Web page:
The $3.6 billion Salt Lake City International Airport reconstruction project is on schedule, with the first phase due for completion in 2020. It’s the first new hub airport to be built in the United States in the 21st century. Some 25 million travelers fly through the airport annually.

Work continues on an all-new, state-of-the-art central terminal, the south and north concourses and an expanded parking garage with 3,600 stalls, twice the number of the old garage and the size of three football fields. In the terminal, security screening and passenger check-in and baggage claim will be much faster. Planned, large-scale art installation will make any waiting more pleasant.

Airport Executive Director Bill Wyatt recently announced the line-up of restaurants and retail shops for phase one of the new airport. Hungry passengers flying through the new airport will choose from Mexican, Italian, Asian and American fare. Among the line-up of restaurants: Café Rio, Market Street Grill, Salt Lake Brewing Company, Smashburger, Squatters, Granatos, Pago, Panera Bread, Silver Diner, Fillings & Emulsions and Shake Shack. Two new eateries, Blue Lemon and Starbucks, will be located in the pre-security area on level one of the new SLC airport terminal. Pricing for both beverages and food at all restaurants will match what customers would pay outside the airport.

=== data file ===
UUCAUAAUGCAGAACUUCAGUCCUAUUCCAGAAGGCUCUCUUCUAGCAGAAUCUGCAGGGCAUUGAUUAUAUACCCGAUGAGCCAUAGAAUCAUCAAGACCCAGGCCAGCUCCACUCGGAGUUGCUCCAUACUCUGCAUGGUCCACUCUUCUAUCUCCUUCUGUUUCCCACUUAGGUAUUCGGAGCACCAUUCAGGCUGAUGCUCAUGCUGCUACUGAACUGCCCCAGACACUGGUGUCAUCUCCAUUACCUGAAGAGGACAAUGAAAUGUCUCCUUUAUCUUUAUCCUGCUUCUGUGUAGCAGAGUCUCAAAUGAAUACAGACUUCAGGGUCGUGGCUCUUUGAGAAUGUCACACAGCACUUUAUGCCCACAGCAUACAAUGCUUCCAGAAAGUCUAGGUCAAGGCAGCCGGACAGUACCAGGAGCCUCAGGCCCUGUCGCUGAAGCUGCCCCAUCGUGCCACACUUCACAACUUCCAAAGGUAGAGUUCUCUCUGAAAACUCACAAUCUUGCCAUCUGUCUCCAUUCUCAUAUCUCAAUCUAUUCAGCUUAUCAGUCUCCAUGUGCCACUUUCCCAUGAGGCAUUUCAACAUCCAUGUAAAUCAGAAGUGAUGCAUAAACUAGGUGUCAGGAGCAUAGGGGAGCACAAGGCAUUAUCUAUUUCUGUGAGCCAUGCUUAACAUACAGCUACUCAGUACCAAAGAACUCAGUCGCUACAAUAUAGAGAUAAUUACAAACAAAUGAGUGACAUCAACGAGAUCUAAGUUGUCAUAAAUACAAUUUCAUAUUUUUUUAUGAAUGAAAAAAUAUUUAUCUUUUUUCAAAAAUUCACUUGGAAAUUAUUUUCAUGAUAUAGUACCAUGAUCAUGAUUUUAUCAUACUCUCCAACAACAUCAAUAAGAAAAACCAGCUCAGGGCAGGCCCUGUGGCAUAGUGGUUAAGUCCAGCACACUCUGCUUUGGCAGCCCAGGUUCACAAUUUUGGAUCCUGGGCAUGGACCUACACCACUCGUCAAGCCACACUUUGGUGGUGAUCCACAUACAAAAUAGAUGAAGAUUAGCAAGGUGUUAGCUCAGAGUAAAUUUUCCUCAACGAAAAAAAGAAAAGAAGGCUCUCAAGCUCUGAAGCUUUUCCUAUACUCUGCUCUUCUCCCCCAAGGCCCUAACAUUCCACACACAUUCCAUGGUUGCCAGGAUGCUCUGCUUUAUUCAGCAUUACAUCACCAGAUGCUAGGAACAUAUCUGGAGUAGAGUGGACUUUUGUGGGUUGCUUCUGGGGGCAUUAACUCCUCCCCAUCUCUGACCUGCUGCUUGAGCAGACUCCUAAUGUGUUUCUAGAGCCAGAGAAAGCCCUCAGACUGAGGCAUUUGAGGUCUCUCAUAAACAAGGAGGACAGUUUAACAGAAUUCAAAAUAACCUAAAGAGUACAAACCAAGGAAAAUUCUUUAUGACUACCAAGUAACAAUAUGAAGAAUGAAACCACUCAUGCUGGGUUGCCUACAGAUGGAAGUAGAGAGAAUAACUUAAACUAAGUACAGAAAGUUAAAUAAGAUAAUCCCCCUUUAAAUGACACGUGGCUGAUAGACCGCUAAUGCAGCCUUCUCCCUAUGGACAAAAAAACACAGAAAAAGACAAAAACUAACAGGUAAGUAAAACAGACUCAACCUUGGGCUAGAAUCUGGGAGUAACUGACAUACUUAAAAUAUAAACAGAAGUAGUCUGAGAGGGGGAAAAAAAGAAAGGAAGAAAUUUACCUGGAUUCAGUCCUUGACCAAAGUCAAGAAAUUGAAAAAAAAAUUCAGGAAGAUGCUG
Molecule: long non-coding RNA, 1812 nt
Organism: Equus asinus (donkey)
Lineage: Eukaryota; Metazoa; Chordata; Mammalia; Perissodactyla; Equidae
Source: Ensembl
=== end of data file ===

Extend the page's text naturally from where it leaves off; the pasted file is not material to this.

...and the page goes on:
Wyatt says airport shoppers will be impressed by the array of retail, news and gift shops selected for the new terminal. “Our team went through an extensive selection process to get the right combination of local, regional and national brands for those passing through Salt Lake City. We are thrilled with the outcome and I think our passengers will be excited with the combination of dynamic shops opening in 2020,” says the Executive Director.

Among the array of new shops, some 29 in all, are Hudson Group, Paradies Lagardere, Sweet Ventures, XpressSpa, Coach, Frye, Hip & Humble and King’s English. Returning shops include Dufry Duty Free and No Boundaries.

Building new infrastructure and roadways has understandably disrupted traffic flow at the aging airport. Nancy Volmer, an airport spokesperson, urges air travelers to plan extra travel time during the construction process.